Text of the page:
Historically, hurricanes have formed in the North Atlantic and, more rarely, in the North Pacific, and have been confined to tropical latitudes. We're all accustomed to hurricanes hitting Florida, the islands and coastlines of the Carribean and the Gulf Coast. Occasionally, we've seen hurricanes wandering up the Eastern Seaboard. But the story recounts some recent anomalies such as Hurricane Catarina, which formed in the South Atlantic and struck southern Brazil, and Hurricane Vince, which formed next to the Madeira Islands and became the first to make landfall in Spain.

Monday, July 16, 2007

Australia's Wildlife Corridor

The land down under is in the 10th year of drought. In light of the warnings of scientists that the country is experiencing accelerated global warming, state and federal authorities have agreed to establish a 1,740-mile, north-south climate "spine" to allow free passage of wildlife to more habitable climate areas. Reported by Reuters and published in Planet Ark, this is an example of government authorities taking action based on emerging evidence.

The corridor, under discussion since the 1990s as the argument in support of climate change strengthened, will link national parks, state forests and government land. It will help preserve scores of endangered species.

"We are talking a very long-term vision, a land use that values keeping the eastern forests in place over past uses like landclearing," said Graeme Worboys from the IUCN, the world conservation union.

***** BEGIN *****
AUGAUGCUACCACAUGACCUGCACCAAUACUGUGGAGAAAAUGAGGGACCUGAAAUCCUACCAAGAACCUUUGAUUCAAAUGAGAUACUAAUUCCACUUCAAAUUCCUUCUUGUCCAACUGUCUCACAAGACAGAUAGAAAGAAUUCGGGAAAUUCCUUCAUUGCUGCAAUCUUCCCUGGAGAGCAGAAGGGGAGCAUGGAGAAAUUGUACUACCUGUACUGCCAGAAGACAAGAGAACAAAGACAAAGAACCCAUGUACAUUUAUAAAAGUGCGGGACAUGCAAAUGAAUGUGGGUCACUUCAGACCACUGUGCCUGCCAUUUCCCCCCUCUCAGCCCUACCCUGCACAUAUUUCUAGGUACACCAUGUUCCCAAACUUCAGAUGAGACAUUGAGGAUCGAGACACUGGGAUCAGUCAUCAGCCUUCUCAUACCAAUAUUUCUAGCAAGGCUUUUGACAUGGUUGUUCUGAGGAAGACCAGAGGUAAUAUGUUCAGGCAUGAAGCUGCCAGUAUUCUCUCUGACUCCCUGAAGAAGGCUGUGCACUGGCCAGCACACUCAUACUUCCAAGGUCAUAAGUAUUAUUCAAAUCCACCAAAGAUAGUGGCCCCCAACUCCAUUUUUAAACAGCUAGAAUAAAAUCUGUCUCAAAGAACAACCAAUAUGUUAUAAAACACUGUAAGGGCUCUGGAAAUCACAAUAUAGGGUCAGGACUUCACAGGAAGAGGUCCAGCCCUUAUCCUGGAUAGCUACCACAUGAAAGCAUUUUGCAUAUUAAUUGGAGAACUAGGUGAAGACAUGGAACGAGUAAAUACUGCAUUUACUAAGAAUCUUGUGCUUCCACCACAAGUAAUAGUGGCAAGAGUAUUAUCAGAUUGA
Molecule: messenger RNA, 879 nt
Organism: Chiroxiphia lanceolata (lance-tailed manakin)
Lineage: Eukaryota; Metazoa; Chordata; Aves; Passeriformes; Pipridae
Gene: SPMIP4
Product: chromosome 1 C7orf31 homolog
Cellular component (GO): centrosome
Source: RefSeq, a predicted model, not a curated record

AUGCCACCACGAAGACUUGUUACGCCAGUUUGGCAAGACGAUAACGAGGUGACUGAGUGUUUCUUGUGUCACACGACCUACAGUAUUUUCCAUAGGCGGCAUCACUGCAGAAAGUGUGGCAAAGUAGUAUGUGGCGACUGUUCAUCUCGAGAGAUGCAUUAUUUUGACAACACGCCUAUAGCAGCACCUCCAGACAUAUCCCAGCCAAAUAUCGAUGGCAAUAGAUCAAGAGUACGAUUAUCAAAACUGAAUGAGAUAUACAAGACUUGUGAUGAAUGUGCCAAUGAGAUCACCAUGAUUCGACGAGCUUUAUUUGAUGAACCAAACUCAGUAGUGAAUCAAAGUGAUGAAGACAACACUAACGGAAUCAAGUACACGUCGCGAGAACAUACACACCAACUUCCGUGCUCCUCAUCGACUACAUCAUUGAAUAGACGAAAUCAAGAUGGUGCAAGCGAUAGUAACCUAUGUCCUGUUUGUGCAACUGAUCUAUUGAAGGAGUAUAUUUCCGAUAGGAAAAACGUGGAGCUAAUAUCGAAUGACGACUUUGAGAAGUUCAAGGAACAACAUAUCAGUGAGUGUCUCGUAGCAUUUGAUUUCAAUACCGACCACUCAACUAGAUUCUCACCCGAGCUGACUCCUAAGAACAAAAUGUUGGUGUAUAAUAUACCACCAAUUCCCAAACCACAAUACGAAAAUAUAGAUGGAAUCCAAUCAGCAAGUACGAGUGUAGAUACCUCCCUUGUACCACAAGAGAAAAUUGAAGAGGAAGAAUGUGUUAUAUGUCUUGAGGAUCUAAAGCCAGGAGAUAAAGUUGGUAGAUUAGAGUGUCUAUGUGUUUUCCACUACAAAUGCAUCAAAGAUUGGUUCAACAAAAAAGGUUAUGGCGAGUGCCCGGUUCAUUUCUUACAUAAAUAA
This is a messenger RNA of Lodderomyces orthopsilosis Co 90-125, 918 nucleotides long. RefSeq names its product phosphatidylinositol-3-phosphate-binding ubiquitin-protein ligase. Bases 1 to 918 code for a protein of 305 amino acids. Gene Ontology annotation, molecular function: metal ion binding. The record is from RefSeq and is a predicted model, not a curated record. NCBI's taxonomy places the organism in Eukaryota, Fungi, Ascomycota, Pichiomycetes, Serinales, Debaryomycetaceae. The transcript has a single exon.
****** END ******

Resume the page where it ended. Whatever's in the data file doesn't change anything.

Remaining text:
Sunday, July 15, 2007

"There's no one responsible for sea-level rise."

So says a frustrated David Holland, who directs New York University's Center for Atmosphere Ocean Science. And right now, according to an article in the Washington Post, no one has developed a computer model that can predict when sea level will begin to rise more rapidly, or how high it will rise.

Since the most serious contributor to rising sea level is the melting of glacial ice on Greenland and Antarctica, computer models must be able to account for the complex movement of these ice sheet across the unknown terrain that lies beneath them.

Without those models, scientists are left to guess on the timing and severity of sea level rise, and with estimates varying between the IPCC's forecast "that it would rise between 7.8 inches and two feet by the end of the century" and more catastrophic warnings that both ice sheets could slide into the ocean entirely, under certain conditions, policy makers are unable to move ahead with any planning to prevent or mitigate future coastal damage.